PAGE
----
Stab Magazine | Kelly Slater, Joel Parkinson, Gabriel Medina eliminated from Quiksilver Pro
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Kelly Slater, Joel Parkinson, Gabriel Medina eliminated from Quiksilver Pro

Words by Elliot Struck Yes, you should be watching the Quiksilver Pro, Gold Coast right now. Even if the waves are miniature. Why? Because at this size, we’re more likely to see some interesting, tactical chess matches, like the one that just went down between Micro Hall, one of the tour’s most savvy heat tacticians, […]

news // Mar 8, 2016
Words by stab
Reading Time: 3 minutes

Words by Elliot Struck

Yes, you should be watching the Quiksilver Pro, Gold Coast right now. Even if the waves are miniature. Why? Because at this size, we’re more likely to see some interesting, tactical chess matches, like the one that just went down between Micro Hall, one of the tour’s most savvy heat tacticians, and Gabriel Medina, the current world champ. Micro was leading the heat with a 6.83 and 7.40. In the closing minutes, Micro had priority – Gabs was on the inside and paddled into the wave, pulling through the back as Micro went to stand up. It looked from the beach as though Gab’s board clipped Micro’s. An interference was called on Gabs, but not before he’d ridden a final wave, clocking 7.23 which, coupled with his first scoring ride (7.50), would’ve won him the heat. Instead, he lost with a 7.50 total.

“Obviously the end result’s a bit wild with the interference,” said Micro afterwards. “But there were a couple of little heckles there that I thought, y’know, with priority, maybe I could’ve had a little more room to make the takeoff a bit cleaner. The first one I thought I couldn’t paddle for the wave ‘cause he was right in front of me, and they didn’t call it which is all good, it’s their call. But then the second one, as I took off, he was trying to kinda cut out I suppose, but he was way too close for me to be able to get a clean takeoff. So unfortunately for him, they called an interference. That’s what priority’s there for, to get you in the position to takeoff where you want to takeoff from.”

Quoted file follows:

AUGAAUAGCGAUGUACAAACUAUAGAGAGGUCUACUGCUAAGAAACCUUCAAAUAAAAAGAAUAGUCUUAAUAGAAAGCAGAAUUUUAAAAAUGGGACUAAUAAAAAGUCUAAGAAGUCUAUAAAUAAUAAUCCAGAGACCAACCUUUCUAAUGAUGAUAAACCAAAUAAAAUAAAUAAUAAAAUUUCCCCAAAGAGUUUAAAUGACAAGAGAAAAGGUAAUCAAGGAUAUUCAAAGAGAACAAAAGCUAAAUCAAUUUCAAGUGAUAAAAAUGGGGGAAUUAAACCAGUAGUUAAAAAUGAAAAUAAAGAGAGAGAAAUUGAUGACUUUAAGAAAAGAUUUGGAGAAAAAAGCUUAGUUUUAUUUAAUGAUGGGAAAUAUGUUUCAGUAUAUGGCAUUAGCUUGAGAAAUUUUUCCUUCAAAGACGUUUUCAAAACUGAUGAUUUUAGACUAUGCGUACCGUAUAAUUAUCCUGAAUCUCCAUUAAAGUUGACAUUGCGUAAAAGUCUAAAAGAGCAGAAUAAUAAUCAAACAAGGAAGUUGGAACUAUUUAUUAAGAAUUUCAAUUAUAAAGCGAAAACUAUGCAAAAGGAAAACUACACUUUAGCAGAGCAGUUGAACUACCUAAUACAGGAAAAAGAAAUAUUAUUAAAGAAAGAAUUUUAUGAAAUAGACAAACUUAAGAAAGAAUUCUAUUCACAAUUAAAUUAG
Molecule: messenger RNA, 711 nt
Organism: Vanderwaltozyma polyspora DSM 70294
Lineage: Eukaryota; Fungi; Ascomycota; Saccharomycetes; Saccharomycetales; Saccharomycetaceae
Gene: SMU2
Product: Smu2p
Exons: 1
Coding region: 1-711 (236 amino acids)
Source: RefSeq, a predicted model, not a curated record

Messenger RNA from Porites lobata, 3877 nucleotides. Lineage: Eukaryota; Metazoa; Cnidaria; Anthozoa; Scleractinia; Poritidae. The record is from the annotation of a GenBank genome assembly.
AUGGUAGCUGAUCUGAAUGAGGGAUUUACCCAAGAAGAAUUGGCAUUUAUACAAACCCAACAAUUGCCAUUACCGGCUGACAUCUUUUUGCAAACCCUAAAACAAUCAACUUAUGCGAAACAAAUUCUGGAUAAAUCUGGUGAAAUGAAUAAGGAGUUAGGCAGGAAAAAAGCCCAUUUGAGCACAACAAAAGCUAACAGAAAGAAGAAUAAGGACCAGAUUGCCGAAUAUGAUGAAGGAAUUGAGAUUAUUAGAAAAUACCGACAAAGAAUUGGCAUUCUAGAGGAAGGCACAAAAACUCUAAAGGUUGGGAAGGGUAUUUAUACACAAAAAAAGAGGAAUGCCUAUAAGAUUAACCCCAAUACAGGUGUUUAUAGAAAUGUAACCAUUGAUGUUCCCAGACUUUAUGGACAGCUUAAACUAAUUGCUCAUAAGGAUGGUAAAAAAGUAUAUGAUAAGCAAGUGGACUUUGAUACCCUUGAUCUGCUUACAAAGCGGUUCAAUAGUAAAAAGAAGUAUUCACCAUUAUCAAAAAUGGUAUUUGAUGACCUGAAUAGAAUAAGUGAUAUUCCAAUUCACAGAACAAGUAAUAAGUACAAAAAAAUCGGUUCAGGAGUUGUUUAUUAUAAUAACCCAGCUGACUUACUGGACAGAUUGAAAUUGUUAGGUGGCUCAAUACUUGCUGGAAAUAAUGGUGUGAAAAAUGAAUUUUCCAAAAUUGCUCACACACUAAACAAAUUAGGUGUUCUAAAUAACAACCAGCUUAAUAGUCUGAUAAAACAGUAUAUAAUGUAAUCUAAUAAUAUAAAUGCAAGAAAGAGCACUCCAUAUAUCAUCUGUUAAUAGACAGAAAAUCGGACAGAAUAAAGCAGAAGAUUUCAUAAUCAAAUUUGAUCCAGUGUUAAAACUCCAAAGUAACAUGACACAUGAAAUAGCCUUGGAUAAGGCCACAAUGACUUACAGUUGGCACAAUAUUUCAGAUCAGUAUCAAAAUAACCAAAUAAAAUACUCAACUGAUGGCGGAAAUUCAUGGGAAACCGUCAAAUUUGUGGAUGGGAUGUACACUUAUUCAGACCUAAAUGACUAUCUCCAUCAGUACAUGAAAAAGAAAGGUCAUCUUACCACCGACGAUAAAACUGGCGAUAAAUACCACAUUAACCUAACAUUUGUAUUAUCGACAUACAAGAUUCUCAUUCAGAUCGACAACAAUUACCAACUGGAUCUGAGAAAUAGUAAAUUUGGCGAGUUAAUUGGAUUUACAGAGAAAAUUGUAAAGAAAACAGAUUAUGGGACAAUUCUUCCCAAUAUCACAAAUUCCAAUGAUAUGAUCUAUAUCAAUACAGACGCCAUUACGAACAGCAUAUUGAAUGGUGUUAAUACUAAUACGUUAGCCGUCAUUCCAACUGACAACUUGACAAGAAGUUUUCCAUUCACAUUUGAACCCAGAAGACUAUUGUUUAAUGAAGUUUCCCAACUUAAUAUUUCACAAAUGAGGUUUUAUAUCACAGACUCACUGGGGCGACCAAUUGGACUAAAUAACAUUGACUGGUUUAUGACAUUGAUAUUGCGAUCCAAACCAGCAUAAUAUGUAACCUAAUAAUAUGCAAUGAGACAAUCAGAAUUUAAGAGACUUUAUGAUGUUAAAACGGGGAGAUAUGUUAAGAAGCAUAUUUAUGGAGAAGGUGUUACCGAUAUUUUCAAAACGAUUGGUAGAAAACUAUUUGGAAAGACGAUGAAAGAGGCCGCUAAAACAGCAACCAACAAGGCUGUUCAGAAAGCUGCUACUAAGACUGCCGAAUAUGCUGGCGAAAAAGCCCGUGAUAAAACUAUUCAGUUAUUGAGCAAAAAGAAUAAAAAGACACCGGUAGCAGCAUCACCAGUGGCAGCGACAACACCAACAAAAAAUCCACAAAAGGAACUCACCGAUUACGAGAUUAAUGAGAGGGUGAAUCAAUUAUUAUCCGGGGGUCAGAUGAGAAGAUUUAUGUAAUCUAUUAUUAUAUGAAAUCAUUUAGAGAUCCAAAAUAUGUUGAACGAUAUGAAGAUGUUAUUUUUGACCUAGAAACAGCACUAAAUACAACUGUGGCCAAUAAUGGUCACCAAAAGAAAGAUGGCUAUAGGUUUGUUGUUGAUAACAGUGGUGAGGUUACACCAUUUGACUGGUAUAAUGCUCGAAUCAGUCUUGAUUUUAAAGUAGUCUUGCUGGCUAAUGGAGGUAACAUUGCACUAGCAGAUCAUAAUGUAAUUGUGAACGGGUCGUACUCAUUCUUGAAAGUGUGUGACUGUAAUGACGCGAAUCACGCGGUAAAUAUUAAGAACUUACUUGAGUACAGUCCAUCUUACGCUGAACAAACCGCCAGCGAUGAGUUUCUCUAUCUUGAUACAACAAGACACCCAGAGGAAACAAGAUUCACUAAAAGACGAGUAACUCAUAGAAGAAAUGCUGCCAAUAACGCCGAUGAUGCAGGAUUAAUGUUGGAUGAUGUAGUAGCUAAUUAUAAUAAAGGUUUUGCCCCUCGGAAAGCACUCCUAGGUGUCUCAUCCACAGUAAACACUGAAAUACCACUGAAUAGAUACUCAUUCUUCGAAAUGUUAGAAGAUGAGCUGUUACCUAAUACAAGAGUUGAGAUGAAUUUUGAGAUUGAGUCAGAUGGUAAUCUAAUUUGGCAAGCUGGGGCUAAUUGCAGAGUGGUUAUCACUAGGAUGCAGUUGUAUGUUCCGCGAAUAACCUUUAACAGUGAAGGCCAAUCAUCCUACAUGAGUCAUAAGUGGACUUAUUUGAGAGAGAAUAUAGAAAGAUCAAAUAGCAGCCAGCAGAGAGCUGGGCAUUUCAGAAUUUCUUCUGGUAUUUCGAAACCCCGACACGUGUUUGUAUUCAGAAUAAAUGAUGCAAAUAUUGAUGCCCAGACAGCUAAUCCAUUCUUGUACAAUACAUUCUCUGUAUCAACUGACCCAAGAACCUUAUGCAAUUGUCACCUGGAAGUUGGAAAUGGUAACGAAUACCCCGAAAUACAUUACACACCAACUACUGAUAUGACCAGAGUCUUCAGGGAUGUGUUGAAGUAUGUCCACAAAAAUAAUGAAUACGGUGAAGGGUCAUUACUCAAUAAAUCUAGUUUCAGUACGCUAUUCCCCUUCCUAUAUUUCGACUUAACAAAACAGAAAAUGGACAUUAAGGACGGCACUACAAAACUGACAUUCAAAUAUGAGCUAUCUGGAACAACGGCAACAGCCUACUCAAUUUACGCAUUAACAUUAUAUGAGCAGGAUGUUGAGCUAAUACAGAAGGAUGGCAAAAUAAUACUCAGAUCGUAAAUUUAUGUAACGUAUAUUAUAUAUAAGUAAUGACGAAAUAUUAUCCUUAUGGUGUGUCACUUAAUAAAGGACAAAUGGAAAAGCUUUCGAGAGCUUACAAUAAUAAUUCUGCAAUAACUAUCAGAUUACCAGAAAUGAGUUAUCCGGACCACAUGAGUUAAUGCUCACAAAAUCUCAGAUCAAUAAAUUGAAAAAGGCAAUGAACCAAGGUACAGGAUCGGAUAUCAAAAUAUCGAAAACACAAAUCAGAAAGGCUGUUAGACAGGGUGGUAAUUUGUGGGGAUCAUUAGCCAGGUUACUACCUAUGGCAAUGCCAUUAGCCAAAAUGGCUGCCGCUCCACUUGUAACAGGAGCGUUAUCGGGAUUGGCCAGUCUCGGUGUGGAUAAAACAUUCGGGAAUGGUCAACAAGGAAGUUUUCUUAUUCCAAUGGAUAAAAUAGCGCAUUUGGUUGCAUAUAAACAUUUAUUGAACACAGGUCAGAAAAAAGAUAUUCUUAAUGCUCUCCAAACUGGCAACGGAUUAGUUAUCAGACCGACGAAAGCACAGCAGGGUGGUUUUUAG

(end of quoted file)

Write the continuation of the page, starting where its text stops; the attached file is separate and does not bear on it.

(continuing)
And how about the words exchanged afterwards? “It wasn’t anything personal. I really like Gabriel, he’s a great dude and I was legitimately stoked for him last year. We had words, it was more just I was explaining what I was blowing up about and he was telling me to calm down (laughs). It’s all good, it’s nothing personal.”

Gabs had some slightly different opinions on the subject.

That wasn’t the only surprising result so far this morning, either. Three Brazilian goofyfooters, two of whom are rookies, beat three regular-footed tour vets, two of whom are multiple world champs, in back to back heats. Italo Ferreira, surfing his third-ever heat as a World Tour competitor, beat Kelly Slater, which Kelly described as a “painful experience.” But more interestingly…

Kelly switched boards towards the end of the heat, from his usual Channel Islands to a Tomo shape. You’ll remember Kelly purchased Firewire a little while back, who Tomo shapes for, and the two have been working closely of late. In his post-heat interview, Kelly had nothing but not-so-subtle love for Tomo’s craft: “I actually wanted to ride it,” he said. “Yesterday I surfed on that board (outside the contest), and it’s tiny but it’s got a nice rail line and I could really actually get out on the shoulder on really mushy waves and hold a good long line. It has a wide tail and it’s really functional. I was bummed I didn’t get to catch a wave on it out here. I felt confident that if I got a little wave that hit the bank and had some wall, I could get the score no problem, cause the board is way faster than the other one I’m riding. But y’know, it’s an unconventional shape and not something that people are used to seeing. You wanna ride a board that fits the waves.”

A very significant, and very public, transition. Then, Miguel Pupo ejected Josh Kerr from the event. And after that, Wiggolly Dantas, also surfing his third ever World Tour heat, eliminated Joel Parkinson.

Later, Freddy Patacchia, with a 0.5 total (and a minute left), pumped an ankle high whitewash in towards the rocks. “Uh-oh,” said Ronnie Blakey. And then, Freddy – and we can’t stress the awesomeness of this man enough – dry-docked his board onto the rocks, stomping in severe (and understandable) frustration. He then bolted – literally bolted – straight to the door of his hotel room. This is just what happens when you wait for two weeks to surf a round three heat, and then lose in one foot waves.

Small waves, if nothing else, even the playing field. And even if not overly exciting, the end of this event sure is shaping up to be interesting. Plus, it’s still live surfing. Nobody likes a layday. And if the morning’s been anything to go by, you really don’t wanna miss this. Go torch your data here.

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